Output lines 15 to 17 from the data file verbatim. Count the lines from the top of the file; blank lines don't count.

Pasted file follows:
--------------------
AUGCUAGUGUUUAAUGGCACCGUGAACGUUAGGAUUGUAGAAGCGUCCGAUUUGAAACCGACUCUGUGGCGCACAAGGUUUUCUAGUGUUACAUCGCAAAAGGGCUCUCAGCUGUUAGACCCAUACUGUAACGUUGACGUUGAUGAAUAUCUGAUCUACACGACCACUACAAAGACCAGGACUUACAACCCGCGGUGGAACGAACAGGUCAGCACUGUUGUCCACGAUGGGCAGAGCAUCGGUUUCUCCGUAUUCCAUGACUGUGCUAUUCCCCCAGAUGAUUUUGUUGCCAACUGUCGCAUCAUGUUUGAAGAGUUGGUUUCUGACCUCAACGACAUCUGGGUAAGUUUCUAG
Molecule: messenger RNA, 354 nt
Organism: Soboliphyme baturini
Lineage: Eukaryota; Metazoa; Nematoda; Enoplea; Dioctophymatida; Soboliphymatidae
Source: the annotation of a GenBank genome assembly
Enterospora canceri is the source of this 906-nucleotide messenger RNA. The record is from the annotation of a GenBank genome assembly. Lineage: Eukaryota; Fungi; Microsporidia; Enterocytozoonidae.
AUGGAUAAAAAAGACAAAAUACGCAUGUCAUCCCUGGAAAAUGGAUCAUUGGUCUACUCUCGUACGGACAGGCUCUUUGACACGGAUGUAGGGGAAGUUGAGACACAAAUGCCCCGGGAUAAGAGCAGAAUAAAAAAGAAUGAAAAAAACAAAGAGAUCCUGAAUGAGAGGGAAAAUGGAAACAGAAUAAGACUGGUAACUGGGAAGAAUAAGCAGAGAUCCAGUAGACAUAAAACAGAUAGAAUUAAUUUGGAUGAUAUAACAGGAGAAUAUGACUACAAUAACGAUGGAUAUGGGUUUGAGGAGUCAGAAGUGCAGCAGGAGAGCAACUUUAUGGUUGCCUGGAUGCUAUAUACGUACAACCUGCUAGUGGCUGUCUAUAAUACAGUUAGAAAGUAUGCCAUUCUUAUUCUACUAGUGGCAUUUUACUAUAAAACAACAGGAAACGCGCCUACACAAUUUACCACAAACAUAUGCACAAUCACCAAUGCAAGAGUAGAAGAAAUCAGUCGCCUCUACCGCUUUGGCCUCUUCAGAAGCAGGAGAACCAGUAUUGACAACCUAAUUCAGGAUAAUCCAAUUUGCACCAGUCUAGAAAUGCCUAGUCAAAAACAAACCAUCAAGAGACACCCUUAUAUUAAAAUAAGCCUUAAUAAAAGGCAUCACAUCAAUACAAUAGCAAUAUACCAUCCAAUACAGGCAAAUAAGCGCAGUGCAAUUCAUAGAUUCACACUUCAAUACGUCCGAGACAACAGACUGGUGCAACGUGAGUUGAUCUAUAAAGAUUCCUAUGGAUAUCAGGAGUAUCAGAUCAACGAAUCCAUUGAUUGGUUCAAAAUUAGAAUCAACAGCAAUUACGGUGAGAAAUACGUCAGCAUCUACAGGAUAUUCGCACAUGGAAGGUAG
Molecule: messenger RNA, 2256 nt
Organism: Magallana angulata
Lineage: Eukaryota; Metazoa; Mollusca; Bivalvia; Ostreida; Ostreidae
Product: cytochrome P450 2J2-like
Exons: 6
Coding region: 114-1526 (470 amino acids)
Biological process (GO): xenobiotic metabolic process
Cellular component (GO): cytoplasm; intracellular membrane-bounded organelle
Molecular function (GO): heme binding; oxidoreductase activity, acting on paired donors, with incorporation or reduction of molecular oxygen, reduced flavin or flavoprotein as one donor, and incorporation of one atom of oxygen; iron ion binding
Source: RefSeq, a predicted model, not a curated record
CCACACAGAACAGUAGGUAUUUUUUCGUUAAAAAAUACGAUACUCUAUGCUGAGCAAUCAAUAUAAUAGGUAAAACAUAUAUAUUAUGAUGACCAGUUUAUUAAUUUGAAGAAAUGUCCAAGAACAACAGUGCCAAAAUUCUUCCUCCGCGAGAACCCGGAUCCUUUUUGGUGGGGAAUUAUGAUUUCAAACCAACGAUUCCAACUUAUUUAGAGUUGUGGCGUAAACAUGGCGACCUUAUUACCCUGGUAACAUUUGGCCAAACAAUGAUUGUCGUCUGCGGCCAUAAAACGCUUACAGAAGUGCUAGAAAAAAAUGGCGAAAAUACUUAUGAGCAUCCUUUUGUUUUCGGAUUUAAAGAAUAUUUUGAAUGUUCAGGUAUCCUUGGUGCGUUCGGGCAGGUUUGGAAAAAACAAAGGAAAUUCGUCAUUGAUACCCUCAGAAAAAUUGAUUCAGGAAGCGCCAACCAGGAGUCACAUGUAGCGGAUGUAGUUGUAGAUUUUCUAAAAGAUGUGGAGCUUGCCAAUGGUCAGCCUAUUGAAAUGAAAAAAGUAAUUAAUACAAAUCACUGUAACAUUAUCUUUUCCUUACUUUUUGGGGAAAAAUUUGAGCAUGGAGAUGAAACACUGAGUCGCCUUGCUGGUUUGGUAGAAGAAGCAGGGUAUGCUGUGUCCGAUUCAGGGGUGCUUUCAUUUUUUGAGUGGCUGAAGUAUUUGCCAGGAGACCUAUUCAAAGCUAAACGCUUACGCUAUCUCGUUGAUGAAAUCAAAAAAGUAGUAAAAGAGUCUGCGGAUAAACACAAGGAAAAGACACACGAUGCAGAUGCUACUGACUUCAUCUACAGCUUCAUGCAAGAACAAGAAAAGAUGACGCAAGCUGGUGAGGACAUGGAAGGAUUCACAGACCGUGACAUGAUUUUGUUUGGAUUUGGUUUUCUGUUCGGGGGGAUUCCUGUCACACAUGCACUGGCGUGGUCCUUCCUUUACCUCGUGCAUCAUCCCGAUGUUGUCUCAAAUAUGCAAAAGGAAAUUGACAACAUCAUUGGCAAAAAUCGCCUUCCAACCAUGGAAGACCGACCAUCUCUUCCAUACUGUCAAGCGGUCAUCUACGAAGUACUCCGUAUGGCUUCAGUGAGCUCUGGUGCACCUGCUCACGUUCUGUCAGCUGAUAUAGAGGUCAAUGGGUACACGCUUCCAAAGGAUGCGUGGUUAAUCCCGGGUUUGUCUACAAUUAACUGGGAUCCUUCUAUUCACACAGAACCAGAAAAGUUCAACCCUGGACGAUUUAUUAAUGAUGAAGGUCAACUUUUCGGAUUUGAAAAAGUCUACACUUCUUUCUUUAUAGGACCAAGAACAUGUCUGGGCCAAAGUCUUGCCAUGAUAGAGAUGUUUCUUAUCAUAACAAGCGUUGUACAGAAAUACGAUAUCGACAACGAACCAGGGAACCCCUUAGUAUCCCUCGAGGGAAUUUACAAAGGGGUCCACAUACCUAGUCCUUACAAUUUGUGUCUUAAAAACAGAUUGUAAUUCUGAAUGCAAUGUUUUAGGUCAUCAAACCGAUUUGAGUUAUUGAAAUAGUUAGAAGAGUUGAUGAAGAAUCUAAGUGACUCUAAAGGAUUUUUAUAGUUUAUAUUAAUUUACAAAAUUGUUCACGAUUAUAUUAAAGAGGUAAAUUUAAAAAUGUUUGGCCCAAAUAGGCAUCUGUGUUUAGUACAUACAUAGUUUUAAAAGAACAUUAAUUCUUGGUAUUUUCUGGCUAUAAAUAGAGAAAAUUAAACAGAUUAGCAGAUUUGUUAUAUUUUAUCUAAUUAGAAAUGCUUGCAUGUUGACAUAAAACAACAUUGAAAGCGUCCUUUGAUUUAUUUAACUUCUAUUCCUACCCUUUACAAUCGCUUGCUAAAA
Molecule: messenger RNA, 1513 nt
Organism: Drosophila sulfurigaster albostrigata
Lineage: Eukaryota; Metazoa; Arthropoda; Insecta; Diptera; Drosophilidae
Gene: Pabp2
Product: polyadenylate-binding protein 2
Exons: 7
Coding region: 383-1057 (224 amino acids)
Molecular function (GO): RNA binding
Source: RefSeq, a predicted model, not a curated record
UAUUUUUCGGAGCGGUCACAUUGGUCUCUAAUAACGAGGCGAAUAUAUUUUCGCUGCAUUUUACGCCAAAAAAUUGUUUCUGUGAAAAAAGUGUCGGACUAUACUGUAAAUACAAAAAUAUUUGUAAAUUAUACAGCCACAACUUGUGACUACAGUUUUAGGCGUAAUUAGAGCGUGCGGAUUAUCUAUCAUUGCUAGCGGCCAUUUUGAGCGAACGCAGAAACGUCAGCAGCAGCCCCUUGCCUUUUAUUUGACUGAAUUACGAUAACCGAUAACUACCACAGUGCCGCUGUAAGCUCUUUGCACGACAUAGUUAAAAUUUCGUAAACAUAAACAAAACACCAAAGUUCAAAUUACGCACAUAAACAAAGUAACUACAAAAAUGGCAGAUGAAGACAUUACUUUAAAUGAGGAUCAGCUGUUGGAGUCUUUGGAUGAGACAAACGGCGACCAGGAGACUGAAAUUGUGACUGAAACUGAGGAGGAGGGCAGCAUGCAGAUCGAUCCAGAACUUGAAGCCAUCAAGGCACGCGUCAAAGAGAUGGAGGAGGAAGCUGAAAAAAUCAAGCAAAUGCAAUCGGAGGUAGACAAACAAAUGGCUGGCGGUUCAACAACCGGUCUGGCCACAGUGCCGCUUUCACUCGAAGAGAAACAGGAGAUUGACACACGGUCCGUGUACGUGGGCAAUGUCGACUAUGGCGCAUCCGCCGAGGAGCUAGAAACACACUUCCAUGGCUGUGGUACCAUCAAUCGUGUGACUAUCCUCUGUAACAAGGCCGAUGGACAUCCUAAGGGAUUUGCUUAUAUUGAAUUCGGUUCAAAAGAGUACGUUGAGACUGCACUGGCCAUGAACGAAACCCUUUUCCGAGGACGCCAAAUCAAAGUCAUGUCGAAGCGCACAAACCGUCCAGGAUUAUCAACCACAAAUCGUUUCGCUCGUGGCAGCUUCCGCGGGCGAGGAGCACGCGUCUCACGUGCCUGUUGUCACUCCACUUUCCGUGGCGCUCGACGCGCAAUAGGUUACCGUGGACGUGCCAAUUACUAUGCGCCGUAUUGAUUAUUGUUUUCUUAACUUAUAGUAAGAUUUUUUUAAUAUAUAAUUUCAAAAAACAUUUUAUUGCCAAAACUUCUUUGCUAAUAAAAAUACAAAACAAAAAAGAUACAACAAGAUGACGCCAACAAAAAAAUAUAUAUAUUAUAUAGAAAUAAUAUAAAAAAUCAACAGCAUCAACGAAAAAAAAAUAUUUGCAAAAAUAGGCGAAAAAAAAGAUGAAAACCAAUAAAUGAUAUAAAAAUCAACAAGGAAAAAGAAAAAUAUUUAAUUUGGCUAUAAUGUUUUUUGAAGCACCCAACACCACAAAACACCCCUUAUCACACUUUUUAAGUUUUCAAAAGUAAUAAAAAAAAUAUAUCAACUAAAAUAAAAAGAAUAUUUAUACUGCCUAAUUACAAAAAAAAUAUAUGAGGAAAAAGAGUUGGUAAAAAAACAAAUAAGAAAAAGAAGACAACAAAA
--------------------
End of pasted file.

Cellular component (GO): cytoplasm; intracellular membrane-bounded organelle
Molecular function (GO): heme binding; oxidoreductase activity, acting on paired donors, with incorporation or reduction of molecular oxygen, reduced flavin or flavoprotein as one donor, and incorporation of one atom of oxygen; iron ion binding
Source: RefSeq, a predicted model, not a curated record